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How to Preserve the Rural Area (And Keep Property Taxes Low in Prince William County)
by Charlie Grymes

FarmsFor 15 years, Prince William County has consciously steered most development to the Development Area. Within the Development Area, current planning/zoning will permit development of new houses for the 150,000 new residents expected to arrive by 2030. There is enough undeveloped land within the Development Area, already planned/zoned for new construction, to absorb 20 years of population growth.

Still, some developers are not satisfied.  They see an opportunity to bend the rules to their advantage, creating short-term profits while imposing long-term costs on county taxpayers. A few developers want to buy land in the Rural Area, then get county supervisors to rezone the property to permit denser development. 

Buying land by the acre and selling it by the square foot could generate a quick profit for a few people. However, scattershot development throughout the Rural Area would require taxpayers to build unplanned schools, fire/police stations, and other public facilities, increasing property taxes forever.

Low-tax advocates want to maintain the logical, planned development in the county, with development steered to the Development Area.  Conservationists want to protect open space and streams in the Rural Area, providing wildlife habitat and helping Prince William meet its obligations to send clean water downstream to the Chesapeake Bay. Farmers interested in for-profit agriculture want to preserve opportunities in the Rural Area to lease/acquire enough land to make a farm operation economically viable.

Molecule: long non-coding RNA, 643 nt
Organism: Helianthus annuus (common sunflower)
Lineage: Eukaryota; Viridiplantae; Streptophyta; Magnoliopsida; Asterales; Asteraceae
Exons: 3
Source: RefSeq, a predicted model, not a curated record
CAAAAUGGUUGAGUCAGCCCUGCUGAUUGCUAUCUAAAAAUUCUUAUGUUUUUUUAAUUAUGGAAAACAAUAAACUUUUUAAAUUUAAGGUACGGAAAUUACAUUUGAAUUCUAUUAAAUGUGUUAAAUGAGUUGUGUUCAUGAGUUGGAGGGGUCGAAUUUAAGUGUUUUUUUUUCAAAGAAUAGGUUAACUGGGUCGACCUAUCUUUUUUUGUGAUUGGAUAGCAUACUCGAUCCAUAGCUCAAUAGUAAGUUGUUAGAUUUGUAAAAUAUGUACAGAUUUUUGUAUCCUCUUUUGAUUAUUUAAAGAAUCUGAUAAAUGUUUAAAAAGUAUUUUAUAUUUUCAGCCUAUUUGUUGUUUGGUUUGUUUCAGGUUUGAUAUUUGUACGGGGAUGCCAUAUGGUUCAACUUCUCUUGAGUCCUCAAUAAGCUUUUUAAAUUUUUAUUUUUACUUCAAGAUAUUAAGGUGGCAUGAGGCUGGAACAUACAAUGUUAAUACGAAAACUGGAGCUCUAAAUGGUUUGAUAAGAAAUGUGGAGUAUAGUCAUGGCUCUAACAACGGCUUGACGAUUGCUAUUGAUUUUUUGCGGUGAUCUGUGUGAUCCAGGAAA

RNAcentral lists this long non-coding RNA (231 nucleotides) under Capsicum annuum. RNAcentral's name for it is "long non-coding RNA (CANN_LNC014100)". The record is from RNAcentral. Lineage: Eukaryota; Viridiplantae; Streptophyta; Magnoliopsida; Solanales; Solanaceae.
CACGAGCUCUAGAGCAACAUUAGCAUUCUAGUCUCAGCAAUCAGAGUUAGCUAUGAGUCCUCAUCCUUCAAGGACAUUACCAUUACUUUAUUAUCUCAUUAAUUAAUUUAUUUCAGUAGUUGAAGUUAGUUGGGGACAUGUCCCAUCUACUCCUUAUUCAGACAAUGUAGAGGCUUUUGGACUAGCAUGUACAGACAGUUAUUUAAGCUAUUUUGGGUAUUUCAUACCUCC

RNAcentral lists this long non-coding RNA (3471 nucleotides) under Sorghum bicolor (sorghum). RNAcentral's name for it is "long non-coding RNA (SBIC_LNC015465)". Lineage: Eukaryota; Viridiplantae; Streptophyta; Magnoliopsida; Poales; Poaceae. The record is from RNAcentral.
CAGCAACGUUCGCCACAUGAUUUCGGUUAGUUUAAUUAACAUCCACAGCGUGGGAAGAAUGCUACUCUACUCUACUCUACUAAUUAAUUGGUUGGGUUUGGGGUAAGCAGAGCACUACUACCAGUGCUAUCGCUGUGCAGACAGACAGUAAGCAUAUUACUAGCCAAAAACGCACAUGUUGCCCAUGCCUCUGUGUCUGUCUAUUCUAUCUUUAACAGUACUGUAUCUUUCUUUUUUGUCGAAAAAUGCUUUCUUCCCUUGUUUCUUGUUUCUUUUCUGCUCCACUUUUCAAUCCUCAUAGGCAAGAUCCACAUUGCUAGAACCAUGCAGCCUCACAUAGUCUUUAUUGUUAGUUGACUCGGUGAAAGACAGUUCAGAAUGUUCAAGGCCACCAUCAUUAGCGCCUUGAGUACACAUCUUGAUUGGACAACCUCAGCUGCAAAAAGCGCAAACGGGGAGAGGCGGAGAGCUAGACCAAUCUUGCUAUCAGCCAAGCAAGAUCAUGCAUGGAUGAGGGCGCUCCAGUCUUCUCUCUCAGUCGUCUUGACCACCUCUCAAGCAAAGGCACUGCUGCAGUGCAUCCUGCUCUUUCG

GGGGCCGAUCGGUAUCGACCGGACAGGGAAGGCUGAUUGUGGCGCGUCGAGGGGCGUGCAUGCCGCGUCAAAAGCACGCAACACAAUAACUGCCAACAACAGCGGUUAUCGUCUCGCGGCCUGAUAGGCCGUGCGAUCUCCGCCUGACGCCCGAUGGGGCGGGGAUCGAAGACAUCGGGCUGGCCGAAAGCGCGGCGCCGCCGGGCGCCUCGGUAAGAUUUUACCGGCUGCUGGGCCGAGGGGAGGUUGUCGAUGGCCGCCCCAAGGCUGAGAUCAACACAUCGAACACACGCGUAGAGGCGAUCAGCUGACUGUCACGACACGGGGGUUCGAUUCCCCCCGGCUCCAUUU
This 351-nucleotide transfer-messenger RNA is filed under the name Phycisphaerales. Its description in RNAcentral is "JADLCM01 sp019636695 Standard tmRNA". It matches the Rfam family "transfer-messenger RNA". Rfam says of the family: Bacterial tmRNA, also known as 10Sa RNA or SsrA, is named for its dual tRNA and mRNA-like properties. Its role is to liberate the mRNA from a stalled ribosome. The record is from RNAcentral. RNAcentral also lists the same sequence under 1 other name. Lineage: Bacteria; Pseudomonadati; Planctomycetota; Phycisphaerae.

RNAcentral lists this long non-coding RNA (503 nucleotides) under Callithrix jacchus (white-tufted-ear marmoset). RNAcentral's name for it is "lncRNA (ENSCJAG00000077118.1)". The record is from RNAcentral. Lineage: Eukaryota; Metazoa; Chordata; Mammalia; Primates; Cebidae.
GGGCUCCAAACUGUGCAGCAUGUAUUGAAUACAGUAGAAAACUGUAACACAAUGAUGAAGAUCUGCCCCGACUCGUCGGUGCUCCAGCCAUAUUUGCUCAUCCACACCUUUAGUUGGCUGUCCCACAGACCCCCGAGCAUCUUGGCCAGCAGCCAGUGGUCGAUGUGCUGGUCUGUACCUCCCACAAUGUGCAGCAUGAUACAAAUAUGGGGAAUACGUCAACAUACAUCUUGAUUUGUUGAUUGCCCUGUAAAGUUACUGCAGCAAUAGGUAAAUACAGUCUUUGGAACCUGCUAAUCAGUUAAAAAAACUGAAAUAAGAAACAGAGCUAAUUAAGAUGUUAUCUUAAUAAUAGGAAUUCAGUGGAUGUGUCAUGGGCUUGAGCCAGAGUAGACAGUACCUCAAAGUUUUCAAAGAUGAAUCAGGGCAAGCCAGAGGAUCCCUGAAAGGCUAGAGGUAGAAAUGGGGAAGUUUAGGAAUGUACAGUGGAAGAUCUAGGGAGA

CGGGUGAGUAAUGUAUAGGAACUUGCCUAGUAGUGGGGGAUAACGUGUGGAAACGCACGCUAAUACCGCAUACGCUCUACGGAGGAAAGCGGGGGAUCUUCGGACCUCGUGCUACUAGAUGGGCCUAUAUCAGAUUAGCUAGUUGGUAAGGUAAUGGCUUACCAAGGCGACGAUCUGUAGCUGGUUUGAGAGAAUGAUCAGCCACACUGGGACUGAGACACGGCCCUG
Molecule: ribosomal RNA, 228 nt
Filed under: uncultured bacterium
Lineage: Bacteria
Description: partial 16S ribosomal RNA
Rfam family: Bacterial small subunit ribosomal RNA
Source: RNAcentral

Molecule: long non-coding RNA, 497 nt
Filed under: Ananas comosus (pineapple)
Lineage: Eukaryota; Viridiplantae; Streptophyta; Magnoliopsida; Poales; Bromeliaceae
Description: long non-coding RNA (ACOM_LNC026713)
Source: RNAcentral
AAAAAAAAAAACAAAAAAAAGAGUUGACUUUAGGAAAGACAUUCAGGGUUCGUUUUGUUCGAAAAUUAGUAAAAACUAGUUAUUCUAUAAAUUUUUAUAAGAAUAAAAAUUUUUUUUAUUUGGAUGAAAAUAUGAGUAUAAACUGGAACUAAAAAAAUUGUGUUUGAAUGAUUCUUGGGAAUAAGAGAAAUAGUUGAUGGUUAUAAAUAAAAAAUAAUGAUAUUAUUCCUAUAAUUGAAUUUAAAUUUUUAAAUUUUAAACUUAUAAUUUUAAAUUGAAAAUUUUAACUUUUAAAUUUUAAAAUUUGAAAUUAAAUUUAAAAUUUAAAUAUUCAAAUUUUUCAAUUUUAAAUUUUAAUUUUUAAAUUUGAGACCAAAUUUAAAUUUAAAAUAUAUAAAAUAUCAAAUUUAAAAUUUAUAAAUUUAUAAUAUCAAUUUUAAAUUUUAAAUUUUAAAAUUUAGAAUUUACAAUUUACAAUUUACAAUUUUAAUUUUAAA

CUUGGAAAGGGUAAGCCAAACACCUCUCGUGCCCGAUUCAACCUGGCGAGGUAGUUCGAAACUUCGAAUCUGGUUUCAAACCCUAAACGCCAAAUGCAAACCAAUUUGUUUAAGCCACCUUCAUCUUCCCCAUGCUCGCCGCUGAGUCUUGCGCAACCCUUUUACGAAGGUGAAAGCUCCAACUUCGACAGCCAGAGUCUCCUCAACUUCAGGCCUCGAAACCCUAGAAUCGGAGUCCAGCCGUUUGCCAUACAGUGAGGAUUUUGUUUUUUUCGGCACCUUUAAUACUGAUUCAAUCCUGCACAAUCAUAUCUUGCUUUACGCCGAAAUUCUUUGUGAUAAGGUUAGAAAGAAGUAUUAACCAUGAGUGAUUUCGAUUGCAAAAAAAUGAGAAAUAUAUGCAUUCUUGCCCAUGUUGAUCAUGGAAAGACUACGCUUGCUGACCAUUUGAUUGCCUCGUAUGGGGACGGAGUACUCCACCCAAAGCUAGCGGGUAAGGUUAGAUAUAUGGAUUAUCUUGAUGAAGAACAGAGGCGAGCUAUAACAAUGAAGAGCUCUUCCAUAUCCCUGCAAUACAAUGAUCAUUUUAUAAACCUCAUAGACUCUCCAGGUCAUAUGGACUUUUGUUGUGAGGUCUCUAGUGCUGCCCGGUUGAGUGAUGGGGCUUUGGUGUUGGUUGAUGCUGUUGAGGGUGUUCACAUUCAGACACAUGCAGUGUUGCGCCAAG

The county has multiple opportunities to partner with state, Federal, and non-government organizations to ensure the continued success of the Rural Area.  For example, Quantico Marine Corps Base has already demonstrated its willingness to fund conservation near the base, in order to minimize suburban “encroachment” that would affect military operations. The Marines provided 50% of the money to acquire the 300-acre Merrimac Farm Wildlife Management Area, and might be willing to participate in purchase of development rights to provide a buffer near the base. 

Everyone who cares about keeping property taxes low, conserving streams and open space, and maintaining commercial farming in Prince William should share their priorities with the county, as it conducts the Rural Area Preservation Study.